Year Seven

Yesterday I wrapped up the first week of my seventh year teaching. In seven years, I’ve taught at two schools, prepped and planned materials for thirteen different courses, taught about 700 different students, and written “what do you mean?” or “needs more evidence” on a mind-numbing-exhausting-overwhelming number of papers. 

This year feels a little different because I know I won’t be there after Thanksgiving. I have all freshmen (my freshman English teacher was the most influential I’ve ever had, and so while a lot of my colleagues like older students, I have a special place in my heart for nervous, insecure, wide-eyed 9th graders). I’m starting the year out with The Night Circus, a novel I’ve never taught before. I’ve already planned through November and graded first drafts on 100 papers. I am excited to do the very best I can for the months I’m with my classes, and I’m also excited to hand everything over to my long-term sub in 12 weeks. 

We have 80 girls on the cross country roster this year. By the time our season wraps up, I’ll be waddling more than running. The leaves will have changed and then fallen, and hopefully most of those 80 girls will feel a little bit stronger, faster, fitter, prouder of what they can make their bodies do. 

Year 32

Friday was my 32nd birthday, and in the weeks leading up to it, I had been thinking a lot about everything that happened since my last birthday.


We got engaged.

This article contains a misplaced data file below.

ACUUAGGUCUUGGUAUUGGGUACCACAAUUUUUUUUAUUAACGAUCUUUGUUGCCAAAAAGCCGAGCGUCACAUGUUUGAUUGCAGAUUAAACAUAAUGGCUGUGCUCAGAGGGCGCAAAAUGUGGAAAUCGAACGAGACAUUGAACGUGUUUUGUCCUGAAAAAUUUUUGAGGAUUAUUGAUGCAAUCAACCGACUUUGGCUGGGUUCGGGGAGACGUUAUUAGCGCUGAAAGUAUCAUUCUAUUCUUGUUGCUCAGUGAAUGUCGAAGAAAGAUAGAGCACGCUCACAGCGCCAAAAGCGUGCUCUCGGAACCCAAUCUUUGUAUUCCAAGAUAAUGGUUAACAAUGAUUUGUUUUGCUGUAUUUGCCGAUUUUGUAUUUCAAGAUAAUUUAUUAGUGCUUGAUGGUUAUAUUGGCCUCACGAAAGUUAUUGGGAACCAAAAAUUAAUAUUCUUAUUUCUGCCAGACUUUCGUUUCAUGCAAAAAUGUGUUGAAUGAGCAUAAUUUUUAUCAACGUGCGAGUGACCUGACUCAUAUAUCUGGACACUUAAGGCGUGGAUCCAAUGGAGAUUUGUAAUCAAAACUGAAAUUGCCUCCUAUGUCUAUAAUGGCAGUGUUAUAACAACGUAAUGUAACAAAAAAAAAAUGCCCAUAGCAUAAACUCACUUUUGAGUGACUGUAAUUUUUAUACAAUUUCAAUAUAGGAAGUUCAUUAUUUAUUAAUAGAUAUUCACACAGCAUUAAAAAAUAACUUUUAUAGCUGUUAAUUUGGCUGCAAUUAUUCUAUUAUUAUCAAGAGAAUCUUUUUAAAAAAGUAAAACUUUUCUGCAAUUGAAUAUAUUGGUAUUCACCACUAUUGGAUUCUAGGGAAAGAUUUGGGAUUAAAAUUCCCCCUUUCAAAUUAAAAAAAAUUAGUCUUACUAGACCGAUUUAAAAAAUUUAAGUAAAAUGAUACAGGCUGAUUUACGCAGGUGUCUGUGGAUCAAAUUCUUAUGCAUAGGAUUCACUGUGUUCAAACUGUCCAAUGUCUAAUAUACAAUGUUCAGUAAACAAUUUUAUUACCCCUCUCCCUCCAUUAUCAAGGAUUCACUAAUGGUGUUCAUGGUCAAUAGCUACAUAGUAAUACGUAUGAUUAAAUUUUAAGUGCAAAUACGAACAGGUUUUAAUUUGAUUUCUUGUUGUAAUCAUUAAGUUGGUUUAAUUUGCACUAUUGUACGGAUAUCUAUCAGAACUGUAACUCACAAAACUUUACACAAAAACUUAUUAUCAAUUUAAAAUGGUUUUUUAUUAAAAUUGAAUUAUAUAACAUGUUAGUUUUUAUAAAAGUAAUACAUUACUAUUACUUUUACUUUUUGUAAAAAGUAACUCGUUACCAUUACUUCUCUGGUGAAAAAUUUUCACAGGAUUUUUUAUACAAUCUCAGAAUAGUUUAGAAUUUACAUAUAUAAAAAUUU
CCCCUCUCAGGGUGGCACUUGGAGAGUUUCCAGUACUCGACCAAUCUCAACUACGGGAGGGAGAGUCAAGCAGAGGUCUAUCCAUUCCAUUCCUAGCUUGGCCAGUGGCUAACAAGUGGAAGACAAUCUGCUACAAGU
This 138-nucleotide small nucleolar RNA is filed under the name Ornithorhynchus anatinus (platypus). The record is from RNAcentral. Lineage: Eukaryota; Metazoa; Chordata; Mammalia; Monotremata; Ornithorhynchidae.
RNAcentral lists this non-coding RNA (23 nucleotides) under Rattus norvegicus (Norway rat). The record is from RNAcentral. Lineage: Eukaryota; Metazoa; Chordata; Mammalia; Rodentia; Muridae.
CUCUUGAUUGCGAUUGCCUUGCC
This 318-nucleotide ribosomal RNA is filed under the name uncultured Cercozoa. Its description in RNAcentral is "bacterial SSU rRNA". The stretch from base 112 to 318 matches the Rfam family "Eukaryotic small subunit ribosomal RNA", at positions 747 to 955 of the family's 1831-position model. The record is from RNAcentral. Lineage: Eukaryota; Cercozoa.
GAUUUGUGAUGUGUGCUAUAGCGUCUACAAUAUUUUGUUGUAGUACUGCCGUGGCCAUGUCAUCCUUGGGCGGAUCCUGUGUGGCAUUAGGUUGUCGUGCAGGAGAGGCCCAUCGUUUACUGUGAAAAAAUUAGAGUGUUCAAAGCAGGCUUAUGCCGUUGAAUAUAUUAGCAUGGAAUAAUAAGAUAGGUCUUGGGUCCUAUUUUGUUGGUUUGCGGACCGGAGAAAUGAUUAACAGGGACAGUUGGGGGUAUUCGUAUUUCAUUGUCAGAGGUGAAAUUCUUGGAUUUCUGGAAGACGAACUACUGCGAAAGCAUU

I ran the Twin Cities Marathon.


I coached our girls cross country team to the highest state finish in more than 20 years.

We got married.



We went to Hawaii


We bought & started building a house




I got pregnant.

Hannah won nationals and broke the national sophomore record.

We took our wandering road trip.

I finished the first draft of the novel I’ve been working on since 2011. 


I know it is unrealistic to think life will slow down, and I don’t want it to, but I would also feel okay about having fewer major life changes between now and turning 33. Yesterday was a quiet birthday. Nick and I went for a run at the beach before work, and out to a delicious dinner after work. Kids come back to school on Monday, cross country season starts, and by early December, we’ll no longer be a family of two. 

This weekend was such a perfect way to end the summer that even though I’m excited about some new things I want to try in my classroom and the cross country season, it feels a little like I’m being ripped out of the house this morning. 


The [Taboo?] Penance of the Long Distance Runner

A few years ago, I wrote a piece for Running Times, loosely modeled on Rilke’s Letters to a Young Poet (not calling myself Rilke here!). I had been thinking a lot about how running has changed me, and the things that adult, teacher and coach-me wishes she could tell that insecure 14-year old on the first day of cross country practice. Before I started running (because I got cut from the volleyball team), I was an overweight, self-conscious 13 year old with frizzy hair and braces. I came in last in our team’s mile time trial at the end of the first week of practice, even though the time (still remember it: 8:12) was a PR (though I doubt I knew this term at the time). I wore flannel boxers and basketball shoes to practice. I had to walk more than once on the loop that would eventually become my warm-up.

I was trying to convey how becoming a runner totally changed the way I thought about my body, and in turn, myself. Instead of being embarrassed by it, for the most part, I was proud of what it could do. I wrote about how I eventually ran a marathon faster than that first mile time trial pace, and about how despite spending that entire first season of cross country counting down the days until the season ended, I now can’t imagine my life without practice at 2:45 each day.